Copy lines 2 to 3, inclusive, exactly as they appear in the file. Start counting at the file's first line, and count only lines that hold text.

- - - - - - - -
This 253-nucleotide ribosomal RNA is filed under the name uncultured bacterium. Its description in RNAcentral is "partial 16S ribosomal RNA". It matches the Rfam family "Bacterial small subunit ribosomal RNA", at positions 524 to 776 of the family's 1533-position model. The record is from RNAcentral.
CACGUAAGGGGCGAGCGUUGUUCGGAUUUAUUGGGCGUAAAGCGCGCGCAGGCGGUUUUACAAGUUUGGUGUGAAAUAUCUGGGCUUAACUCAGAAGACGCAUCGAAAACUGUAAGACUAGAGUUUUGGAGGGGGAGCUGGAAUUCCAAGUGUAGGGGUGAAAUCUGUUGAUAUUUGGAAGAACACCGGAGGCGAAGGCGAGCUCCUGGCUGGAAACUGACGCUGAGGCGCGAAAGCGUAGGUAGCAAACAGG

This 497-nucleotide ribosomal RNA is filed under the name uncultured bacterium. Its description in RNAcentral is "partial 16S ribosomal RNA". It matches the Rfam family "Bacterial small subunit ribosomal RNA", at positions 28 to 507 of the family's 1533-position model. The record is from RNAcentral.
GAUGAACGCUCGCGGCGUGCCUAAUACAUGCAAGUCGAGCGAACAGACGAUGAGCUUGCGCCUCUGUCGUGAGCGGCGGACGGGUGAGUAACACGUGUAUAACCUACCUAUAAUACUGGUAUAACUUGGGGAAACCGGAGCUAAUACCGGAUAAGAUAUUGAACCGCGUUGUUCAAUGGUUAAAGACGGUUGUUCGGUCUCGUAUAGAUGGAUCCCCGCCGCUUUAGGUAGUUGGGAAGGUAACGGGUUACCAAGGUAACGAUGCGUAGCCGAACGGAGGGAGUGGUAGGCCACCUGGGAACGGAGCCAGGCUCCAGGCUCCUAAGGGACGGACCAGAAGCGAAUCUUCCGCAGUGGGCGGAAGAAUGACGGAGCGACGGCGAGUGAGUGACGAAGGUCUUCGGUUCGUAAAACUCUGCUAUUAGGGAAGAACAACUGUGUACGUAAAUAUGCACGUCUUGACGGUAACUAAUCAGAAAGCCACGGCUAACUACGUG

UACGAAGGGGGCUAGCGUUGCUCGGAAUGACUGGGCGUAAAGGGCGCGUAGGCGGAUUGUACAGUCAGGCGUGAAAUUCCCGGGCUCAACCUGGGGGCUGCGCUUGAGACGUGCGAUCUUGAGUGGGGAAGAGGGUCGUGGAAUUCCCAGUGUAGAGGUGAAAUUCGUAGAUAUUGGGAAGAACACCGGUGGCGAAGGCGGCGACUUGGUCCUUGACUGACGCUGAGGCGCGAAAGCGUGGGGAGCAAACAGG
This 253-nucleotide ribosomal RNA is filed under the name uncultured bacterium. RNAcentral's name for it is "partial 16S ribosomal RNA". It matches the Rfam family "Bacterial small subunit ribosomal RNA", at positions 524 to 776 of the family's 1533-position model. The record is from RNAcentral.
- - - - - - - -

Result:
CACGUAAGGGGCGAGCGUUGUUCGGAUUUAUUGGGCGUAAAGCGCGCGCAGGCGGUUUUACAAGUUUGGUGUGAAAUAUCUGGGCUUAACUCAGAAGACGCAUCGAAAACUGUAAGACUAGAGUUUUGGAGGGGGAGCUGGAAUUCCAAGUGUAGGGGUGAAAUCUGUUGAUAUUUGGAAGAACACCGGAGGCGAAGGCGAGCUCCUGGCUGGAAACUGACGCUGAGGCGCGAAAGCGUAGGUAGCAAACAGG

This 497-nucleotide ribosomal RNA is filed under the name uncultured bacterium. Its description in RNAcentral is "partial 16S ribosomal RNA". It matches the Rfam family "Bacterial small subunit ribosomal RNA", at positions 28 to 507 of the family's 1533-position model. The record is from RNAcentral.